Extended Call for Papers: Theology, Religion, and the Witcher

Title: Theology, Religion, and The Witcher
Editor: Yael Cameron, Auckland University of Technology, New Zealand

Andrzej Sapkowski is author of the Polish fantasy novels and short stories following protagonist Geralt of Rivia, better known as The Witcher. Since the early days of publication The Witcher has had a remarkable reception. The Witcher and its lore came to prominence globally when CD Projekt Red picked the story up for an action role playing PC game in 2007. The game series reached its apogee with its third edition, The Witcher: Wild Hunt (2015), an ambitious, critically acclaimed game, with its world built to a remarkable scale. It is said to be one of the most successful games on the market with over 28.3 million copies sold. While there have been on screen reproductions in the past, more recently the series has been realised by Lauren Schmidt Hissrich for English speaking audiences, via streaming service Netflix. The first season of this series had a perplexing start but the second season directed by Hissrich, Stephen Surjik and others has been received well by critics who applaud the strong storytelling and satisfying exploration of complex themes (Butler, 2021). It’s an understatement to suggest that The Witcher has left an indelible mark on popular culture.

Critics seem undecided as to whether Sapkowski himself is religious or not. Reports range from atheist to profoundly faithful. Sims (2016) claims Sapkowski openly identified as a practicing Catholic in an interview in relation to the premiere of the Polish film adaptation of the books. Regardless, critics agree that pagan roots of Slavic fairy tales, the legacy of the medieval church and the enduring presence of Catholicism in Poland today have seeped into the Witcher’s story in various ways. Religions and spiritualities abound in The Witcher, from the Sun cult of Nilfgaard to the magical beliefs and rituals of sorceresses, the brutal practices of the Church of the Eternal fire, various maternal cults, belief systems, gods, as well as notions of afterlife, and the presence of things sacred and evil. The Witcher himself appears as a kind of Elijah. He features as a lonely prophet-warrior anointed by destiny, or conversely, a messiah with no place to lay his head. Geralt is a tragic hero whose only remaining claim to goodness is his stoic refusal to budge from his hard won ethics.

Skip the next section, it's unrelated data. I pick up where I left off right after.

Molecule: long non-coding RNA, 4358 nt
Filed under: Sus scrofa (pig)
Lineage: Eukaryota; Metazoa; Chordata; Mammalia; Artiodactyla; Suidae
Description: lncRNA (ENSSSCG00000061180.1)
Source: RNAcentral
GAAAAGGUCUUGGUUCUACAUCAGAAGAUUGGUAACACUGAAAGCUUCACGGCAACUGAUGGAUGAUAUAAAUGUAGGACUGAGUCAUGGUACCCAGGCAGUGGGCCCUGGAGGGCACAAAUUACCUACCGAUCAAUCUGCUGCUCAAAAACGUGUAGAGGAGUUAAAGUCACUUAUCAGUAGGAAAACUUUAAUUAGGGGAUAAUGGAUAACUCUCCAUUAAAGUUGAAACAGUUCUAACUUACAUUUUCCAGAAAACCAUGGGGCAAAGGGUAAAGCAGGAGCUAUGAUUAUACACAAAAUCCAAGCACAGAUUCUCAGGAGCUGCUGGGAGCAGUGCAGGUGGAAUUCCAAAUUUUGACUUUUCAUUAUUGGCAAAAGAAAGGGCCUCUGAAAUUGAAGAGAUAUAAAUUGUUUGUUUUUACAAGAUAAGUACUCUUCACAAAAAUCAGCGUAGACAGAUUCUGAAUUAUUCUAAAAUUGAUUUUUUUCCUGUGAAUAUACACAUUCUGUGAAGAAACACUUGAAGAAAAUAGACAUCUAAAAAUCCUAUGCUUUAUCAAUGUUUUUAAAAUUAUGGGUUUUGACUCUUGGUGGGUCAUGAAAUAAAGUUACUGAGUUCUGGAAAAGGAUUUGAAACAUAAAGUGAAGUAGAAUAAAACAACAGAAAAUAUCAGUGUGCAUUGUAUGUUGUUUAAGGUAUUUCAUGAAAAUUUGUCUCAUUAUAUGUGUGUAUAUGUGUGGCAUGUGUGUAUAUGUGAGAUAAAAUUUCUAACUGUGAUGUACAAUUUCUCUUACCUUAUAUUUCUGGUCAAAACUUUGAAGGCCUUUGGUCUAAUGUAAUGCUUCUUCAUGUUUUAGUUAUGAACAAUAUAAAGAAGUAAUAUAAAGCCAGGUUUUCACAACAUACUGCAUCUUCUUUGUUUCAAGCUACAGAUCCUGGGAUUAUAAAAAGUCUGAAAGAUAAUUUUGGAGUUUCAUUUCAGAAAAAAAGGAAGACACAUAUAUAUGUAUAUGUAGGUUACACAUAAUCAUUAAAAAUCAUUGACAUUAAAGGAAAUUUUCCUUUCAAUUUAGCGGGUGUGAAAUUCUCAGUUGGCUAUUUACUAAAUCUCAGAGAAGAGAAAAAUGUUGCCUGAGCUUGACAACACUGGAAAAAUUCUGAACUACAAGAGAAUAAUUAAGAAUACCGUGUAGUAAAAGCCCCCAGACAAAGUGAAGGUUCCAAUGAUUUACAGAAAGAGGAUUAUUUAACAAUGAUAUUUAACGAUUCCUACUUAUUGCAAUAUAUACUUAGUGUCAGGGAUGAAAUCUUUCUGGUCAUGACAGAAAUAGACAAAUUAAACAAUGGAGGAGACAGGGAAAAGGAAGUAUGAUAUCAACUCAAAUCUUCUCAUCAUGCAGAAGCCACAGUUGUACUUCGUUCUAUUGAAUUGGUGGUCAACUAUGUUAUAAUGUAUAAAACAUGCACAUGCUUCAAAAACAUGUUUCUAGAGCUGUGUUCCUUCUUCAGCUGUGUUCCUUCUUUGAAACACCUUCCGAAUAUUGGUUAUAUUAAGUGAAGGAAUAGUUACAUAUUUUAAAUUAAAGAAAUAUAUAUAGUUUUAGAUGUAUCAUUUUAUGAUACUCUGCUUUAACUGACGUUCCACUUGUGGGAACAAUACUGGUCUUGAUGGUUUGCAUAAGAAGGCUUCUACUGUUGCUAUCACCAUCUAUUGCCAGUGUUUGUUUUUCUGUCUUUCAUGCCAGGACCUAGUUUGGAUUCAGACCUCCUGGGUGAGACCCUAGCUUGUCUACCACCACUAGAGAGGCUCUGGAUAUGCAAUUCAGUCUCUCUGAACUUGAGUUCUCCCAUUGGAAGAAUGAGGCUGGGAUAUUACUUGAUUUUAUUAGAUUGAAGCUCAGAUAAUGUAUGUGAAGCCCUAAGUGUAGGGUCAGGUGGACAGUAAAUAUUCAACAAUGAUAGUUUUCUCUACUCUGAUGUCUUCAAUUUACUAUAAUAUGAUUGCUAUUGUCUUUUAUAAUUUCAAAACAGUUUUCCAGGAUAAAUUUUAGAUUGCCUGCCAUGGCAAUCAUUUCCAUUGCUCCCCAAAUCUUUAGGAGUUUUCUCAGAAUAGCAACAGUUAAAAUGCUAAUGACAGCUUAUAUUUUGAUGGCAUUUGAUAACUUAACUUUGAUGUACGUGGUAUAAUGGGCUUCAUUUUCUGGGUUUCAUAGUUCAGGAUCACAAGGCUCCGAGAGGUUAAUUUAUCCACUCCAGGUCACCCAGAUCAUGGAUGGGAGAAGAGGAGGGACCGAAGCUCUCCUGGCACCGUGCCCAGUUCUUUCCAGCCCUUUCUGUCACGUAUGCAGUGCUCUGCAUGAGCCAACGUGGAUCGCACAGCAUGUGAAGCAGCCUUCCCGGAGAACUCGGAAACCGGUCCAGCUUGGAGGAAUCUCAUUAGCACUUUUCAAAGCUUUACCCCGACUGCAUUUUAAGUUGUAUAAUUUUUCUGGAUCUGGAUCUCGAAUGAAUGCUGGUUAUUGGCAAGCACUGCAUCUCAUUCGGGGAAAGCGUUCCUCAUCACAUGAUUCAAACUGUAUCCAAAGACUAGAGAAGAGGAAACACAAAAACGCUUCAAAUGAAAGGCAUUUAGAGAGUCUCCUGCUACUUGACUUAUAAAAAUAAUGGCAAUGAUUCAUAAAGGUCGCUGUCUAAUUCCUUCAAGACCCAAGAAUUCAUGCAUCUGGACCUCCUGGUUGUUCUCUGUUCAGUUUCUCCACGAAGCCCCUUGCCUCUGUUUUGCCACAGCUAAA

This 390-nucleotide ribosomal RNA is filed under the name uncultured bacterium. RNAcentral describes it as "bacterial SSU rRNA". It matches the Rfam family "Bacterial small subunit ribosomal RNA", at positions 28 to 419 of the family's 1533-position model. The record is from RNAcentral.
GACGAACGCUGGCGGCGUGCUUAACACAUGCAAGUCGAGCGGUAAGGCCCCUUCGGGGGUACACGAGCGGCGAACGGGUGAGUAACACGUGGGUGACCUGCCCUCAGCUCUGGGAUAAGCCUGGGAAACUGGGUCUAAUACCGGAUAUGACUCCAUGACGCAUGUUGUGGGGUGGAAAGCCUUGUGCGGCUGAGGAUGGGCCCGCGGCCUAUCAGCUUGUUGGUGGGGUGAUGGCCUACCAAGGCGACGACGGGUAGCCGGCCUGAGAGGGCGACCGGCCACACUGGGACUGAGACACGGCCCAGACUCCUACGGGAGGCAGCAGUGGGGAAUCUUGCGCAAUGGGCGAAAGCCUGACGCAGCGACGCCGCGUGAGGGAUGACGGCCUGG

This edited book is interested to explore a range of themes regarding, theology, religion or spirituality in the Witcher in either the games, novels or screen adaptations. This might include explorations of biblical and catholic themes, theology, ethics, religion and religious practices in The Witcher, and especially critical studies featuring feminist, queer and other critical perspectives. This book will be an addition to the Theology, Religion, and Pop Culture series (Lexington Books, Fortress Press) and while it imagines a broad range of readers, it will be of particular interest for those with an interest in fantasy genre and gaming, as well as academics interested in intersections between religion and culture.

Chapter topics could include but are not limited to:

• The critique of religion in the Witcher
• The problem of evil in the Witcher
• Predestination in the Witcher
• The representation of Catholicism in the Witcher
• Lion cub of Cintra: reading the messianic in The Witcher
• Sorceresses and Succubi: sexuality and religion in the Witcher.
• The ethics of Geralt of Rivia
• The body and the sacred in The Witcher
• Imago Dei: monsters and men in the Witcher
• The Witcher and the monster, an Edenic animal carnival?
• The monstrous-feminine in the Witcher
• The problem of the animal in the Witcher
• This issue of Sacrifice in the Witcher
• Warfare as sacred rite

Please send a 500-word abstract, accompanied by a current CV, to yael.cameron@aut.ac.nz by July 01, 2022. Acceptance notifications will be sent out July 15, 2022. Manuscripts are due on Dec 1, 2022.


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